I’m by no means saying that I am the only one riding/training/working correctly – I certainly try my best, just like everyone else does. I am merely sharing my approach here: which is, asking questions and not accepting only one answer.  I think that a massive problem is that people do not question their coaches. And the coaches do not question themselves.
I said a while ago that I believe, if someone cannot explain the exact and precise action of a bit, that they shouldn’t be using it. The key being ‘understanding what you are doing’ rather than just doing it for the sake of doing.
Another example (I got permission from the rider to post this image, which I  turned into a silhouette to protect their identity, perhaps badly, but you get the idea!) to illustrate.example of forehand 2
The rider asked their coach whether the horse was on the forehand in this moment (yes, the picture is level, for in case you are wondering!). The coach said no, that is just the position in the canter, the horse is ‘definitely not on the forehand’. Therefore – was the coach correct in saying that the horse is not on the forehand? Should the rider just accept that the horse is not on the forehand because the coach said so? Is it not possible that the coach could have it wrong?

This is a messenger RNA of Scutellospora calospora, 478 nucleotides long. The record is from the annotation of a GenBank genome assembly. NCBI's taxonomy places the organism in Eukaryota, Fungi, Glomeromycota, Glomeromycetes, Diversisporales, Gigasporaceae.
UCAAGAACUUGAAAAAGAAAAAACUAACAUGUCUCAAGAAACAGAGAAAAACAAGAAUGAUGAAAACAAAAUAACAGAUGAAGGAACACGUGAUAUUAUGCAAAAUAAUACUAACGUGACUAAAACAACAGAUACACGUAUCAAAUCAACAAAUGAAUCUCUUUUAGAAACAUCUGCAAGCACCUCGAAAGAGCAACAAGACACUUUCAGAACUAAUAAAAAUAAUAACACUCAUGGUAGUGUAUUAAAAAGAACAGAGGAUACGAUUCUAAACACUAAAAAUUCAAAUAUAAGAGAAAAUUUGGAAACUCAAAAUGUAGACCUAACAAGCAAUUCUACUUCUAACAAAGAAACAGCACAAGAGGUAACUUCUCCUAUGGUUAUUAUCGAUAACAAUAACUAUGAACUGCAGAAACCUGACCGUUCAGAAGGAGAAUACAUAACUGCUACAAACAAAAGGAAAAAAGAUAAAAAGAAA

Let’s face it: horse people are opinionated. If you ask 10 people, you will get 12 opinions. So it’s difficult to establish what a correctly working horse looks like compared to one working incorrectly. So to avoid this, I like to compare everything I learn to what I’ve read, written by the classical masters, in some form or the other. If the aim is to ride classically, then surely those are the people who should guide the process of riding classically. In addition, I like to compare that to current high level riders who I respect (ie, i wouldn’t mind if they rode/schooled my horse).
Finally, as a scientist, I like everything to make scientific sense. If I apply an aid, or a sequence of aids, I want to be able to explain it from a physics perspective. If I am unable to, then I need to go read up until I am able to. If I still can’t explain something, both scientifically AND get confirmation from the classical masters, that this is the correct way to go, I throw that out the window and look at the next possible approach.
Yes, I get that everything is not so clear cut. Yes, I understand that it’s ‘easier said than done’. No one ever said riding is easy. Both in and out of the saddle!